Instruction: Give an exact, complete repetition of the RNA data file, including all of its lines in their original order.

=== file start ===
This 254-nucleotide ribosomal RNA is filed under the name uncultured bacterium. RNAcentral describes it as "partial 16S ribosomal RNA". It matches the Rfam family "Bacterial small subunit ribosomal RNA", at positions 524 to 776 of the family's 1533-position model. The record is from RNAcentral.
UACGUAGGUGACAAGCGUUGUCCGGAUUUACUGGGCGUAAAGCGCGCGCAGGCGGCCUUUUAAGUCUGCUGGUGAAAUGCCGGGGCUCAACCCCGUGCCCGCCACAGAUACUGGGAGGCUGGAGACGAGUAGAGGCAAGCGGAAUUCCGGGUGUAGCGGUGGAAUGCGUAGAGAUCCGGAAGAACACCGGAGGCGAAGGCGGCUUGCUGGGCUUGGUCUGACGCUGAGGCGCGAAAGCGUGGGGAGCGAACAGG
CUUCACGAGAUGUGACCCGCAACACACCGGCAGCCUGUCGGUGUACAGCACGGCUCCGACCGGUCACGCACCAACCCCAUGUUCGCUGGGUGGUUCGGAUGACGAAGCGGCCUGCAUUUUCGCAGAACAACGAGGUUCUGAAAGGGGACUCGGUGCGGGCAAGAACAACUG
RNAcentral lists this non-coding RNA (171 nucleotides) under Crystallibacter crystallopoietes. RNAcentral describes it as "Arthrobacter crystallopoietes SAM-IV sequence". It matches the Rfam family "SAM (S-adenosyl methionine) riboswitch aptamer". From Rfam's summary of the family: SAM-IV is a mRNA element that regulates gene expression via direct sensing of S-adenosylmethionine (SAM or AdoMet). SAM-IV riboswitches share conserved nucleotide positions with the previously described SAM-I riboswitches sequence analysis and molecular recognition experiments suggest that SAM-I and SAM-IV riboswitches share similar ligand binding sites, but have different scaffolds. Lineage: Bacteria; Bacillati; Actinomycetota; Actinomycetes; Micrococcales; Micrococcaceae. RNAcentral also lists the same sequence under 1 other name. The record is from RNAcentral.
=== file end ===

This 254-nucleotide ribosomal RNA is filed under the name uncultured bacterium. RNAcentral describes it as "partial 16S ribosomal RNA". It matches the Rfam family "Bacterial small subunit ribosomal RNA", at positions 524 to 776 of the family's 1533-position model. The record is from RNAcentral.
UACGUAGGUGACAAGCGUUGUCCGGAUUUACUGGGCGUAAAGCGCGCGCAGGCGGCCUUUUAAGUCUGCUGGUGAAAUGCCGGGGCUCAACCCCGUGCCCGCCACAGAUACUGGGAGGCUGGAGACGAGUAGAGGCAAGCGGAAUUCCGGGUGUAGCGGUGGAAUGCGUAGAGAUCCGGAAGAACACCGGAGGCGAAGGCGGCUUGCUGGGCUUGGUCUGACGCUGAGGCGCGAAAGCGUGGGGAGCGAACAGG
CUUCACGAGAUGUGACCCGCAACACACCGGCAGCCUGUCGGUGUACAGCACGGCUCCGACCGGUCACGCACCAACCCCAUGUUCGCUGGGUGGUUCGGAUGACGAAGCGGCCUGCAUUUUCGCAGAACAACGAGGUUCUGAAAGGGGACUCGGUGCGGGCAAGAACAACUG
RNAcentral lists this non-coding RNA (171 nucleotides) under Crystallibacter crystallopoietes. RNAcentral describes it as "Arthrobacter crystallopoietes SAM-IV sequence". It matches the Rfam family "SAM (S-adenosyl methionine) riboswitch aptamer". From Rfam's summary of the family: SAM-IV is a mRNA element that regulates gene expression via direct sensing of S-adenosylmethionine (SAM or AdoMet). SAM-IV riboswitches share conserved nucleotide positions with the previously described SAM-I riboswitches sequence analysis and molecular recognition experiments suggest that SAM-I and SAM-IV riboswitches share similar ligand binding sites, but have different scaffolds. Lineage: Bacteria; Bacillati; Actinomycetota; Actinomycetes; Micrococcales; Micrococcaceae. RNAcentral also lists the same sequence under 1 other name. The record is from RNAcentral.